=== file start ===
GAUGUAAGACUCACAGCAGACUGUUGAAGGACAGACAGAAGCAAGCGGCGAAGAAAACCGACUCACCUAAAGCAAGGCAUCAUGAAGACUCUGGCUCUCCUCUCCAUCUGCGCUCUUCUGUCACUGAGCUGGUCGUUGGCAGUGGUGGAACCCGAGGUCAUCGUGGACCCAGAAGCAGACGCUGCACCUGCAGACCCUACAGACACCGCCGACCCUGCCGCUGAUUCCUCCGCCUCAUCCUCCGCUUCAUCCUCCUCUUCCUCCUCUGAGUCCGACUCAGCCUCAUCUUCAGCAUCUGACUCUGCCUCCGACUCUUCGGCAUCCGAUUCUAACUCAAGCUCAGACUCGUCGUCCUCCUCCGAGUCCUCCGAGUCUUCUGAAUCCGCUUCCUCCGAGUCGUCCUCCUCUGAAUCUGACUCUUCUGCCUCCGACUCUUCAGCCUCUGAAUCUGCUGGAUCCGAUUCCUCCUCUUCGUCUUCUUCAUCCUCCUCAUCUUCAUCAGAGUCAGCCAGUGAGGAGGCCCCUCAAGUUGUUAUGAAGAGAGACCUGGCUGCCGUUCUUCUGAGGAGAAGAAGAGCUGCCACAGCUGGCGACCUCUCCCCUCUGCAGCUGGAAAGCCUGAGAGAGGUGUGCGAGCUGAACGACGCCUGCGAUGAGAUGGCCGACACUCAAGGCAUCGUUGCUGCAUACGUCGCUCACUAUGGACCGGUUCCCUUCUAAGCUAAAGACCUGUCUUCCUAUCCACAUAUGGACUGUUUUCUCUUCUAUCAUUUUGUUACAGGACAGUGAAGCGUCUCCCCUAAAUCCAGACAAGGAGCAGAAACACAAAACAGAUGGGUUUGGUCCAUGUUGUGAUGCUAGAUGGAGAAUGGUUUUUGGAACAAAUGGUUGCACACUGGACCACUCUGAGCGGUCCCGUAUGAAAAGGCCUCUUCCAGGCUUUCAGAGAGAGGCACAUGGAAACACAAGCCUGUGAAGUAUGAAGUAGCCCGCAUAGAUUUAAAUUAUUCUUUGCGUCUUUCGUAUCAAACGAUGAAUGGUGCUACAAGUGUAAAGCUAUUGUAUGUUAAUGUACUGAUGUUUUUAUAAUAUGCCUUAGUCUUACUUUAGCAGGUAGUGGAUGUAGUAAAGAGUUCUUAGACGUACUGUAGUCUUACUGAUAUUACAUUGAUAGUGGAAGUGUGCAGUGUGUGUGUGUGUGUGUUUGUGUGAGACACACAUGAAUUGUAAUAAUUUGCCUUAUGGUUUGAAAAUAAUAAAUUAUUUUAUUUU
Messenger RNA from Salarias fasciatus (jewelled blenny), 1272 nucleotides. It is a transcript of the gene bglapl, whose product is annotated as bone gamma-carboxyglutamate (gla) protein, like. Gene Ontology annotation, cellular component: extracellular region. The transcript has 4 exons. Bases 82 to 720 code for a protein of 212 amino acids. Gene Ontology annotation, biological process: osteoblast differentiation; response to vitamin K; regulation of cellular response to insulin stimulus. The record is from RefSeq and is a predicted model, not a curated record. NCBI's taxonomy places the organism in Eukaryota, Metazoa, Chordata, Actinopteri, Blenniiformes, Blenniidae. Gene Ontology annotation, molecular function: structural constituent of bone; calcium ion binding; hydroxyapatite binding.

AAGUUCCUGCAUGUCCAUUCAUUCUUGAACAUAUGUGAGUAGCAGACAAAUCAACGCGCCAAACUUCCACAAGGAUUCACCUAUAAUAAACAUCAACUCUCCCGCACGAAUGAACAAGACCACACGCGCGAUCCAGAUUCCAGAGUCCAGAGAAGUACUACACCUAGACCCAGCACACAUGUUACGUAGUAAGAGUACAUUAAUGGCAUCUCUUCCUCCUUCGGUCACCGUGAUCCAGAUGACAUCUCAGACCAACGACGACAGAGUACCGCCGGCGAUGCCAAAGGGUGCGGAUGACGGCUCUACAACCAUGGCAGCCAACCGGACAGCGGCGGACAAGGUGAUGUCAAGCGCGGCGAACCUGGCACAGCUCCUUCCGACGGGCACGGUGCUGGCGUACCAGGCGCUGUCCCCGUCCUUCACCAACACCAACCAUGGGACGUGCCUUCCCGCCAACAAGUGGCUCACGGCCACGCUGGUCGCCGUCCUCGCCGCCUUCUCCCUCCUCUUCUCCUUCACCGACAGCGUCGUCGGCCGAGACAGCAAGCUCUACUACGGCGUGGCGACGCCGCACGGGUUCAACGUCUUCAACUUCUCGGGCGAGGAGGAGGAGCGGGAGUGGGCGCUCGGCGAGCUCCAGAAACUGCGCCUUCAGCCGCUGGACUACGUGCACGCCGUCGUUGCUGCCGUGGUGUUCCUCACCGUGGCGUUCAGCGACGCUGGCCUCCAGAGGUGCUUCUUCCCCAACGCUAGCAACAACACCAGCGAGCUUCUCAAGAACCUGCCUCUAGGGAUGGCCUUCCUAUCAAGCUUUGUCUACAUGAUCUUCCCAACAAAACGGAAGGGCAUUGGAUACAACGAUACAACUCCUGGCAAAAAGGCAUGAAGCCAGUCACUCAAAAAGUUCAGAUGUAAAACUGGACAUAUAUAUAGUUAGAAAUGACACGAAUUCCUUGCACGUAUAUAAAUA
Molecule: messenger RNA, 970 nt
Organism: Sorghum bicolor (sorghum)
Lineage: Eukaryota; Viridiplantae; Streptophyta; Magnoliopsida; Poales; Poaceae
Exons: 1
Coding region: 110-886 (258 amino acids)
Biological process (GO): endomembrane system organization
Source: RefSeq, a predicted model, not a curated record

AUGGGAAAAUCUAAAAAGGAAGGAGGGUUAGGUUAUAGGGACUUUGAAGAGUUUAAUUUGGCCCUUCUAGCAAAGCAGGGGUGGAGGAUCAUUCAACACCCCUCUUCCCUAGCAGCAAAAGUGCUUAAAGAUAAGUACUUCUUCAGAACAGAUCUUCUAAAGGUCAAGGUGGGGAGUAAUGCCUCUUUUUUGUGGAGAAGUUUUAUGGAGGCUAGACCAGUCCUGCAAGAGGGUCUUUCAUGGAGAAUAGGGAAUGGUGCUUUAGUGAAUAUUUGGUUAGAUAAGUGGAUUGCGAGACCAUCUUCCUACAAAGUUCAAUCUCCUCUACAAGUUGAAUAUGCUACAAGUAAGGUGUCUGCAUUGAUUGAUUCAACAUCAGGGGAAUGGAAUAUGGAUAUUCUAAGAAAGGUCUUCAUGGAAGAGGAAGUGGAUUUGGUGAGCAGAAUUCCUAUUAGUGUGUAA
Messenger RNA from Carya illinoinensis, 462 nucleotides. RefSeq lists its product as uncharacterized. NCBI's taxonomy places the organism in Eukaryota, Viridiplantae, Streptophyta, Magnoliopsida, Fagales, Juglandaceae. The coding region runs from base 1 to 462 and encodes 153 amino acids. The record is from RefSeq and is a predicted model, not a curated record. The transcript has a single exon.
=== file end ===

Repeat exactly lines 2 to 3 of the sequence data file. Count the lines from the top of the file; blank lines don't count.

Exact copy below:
Messenger RNA from Salarias fasciatus (jewelled blenny), 1272 nucleotides. It is a transcript of the gene bglapl, whose product is annotated as bone gamma-carboxyglutamate (gla) protein, like. Gene Ontology annotation, cellular component: extracellular region. The transcript has 4 exons. Bases 82 to 720 code for a protein of 212 amino acids. Gene Ontology annotation, biological process: osteoblast differentiation; response to vitamin K; regulation of cellular response to insulin stimulus. The record is from RefSeq and is a predicted model, not a curated record. NCBI's taxonomy places the organism in Eukaryota, Metazoa, Chordata, Actinopteri, Blenniiformes, Blenniidae. Gene Ontology annotation, molecular function: structural constituent of bone; calcium ion binding; hydroxyapatite binding.

AAGUUCCUGCAUGUCCAUUCAUUCUUGAACAUAUGUGAGUAGCAGACAAAUCAACGCGCCAAACUUCCACAAGGAUUCACCUAUAAUAAACAUCAACUCUCCCGCACGAAUGAACAAGACCACACGCGCGAUCCAGAUUCCAGAGUCCAGAGAAGUACUACACCUAGACCCAGCACACAUGUUACGUAGUAAGAGUACAUUAAUGGCAUCUCUUCCUCCUUCGGUCACCGUGAUCCAGAUGACAUCUCAGACCAACGACGACAGAGUACCGCCGGCGAUGCCAAAGGGUGCGGAUGACGGCUCUACAACCAUGGCAGCCAACCGGACAGCGGCGGACAAGGUGAUGUCAAGCGCGGCGAACCUGGCACAGCUCCUUCCGACGGGCACGGUGCUGGCGUACCAGGCGCUGUCCCCGUCCUUCACCAACACCAACCAUGGGACGUGCCUUCCCGCCAACAAGUGGCUCACGGCCACGCUGGUCGCCGUCCUCGCCGCCUUCUCCCUCCUCUUCUCCUUCACCGACAGCGUCGUCGGCCGAGACAGCAAGCUCUACUACGGCGUGGCGACGCCGCACGGGUUCAACGUCUUCAACUUCUCGGGCGAGGAGGAGGAGCGGGAGUGGGCGCUCGGCGAGCUCCAGAAACUGCGCCUUCAGCCGCUGGACUACGUGCACGCCGUCGUUGCUGCCGUGGUGUUCCUCACCGUGGCGUUCAGCGACGCUGGCCUCCAGAGGUGCUUCUUCCCCAACGCUAGCAACAACACCAGCGAGCUUCUCAAGAACCUGCCUCUAGGGAUGGCCUUCCUAUCAAGCUUUGUCUACAUGAUCUUCCCAACAAAACGGAAGGGCAUUGGAUACAACGAUACAACUCCUGGCAAAAAGGCAUGAAGCCAGUCACUCAAAAAGUUCAGAUGUAAAACUGGACAUAUAUAUAGUUAGAAAUGACACGAAUUCCUUGCACGUAUAUAAAUA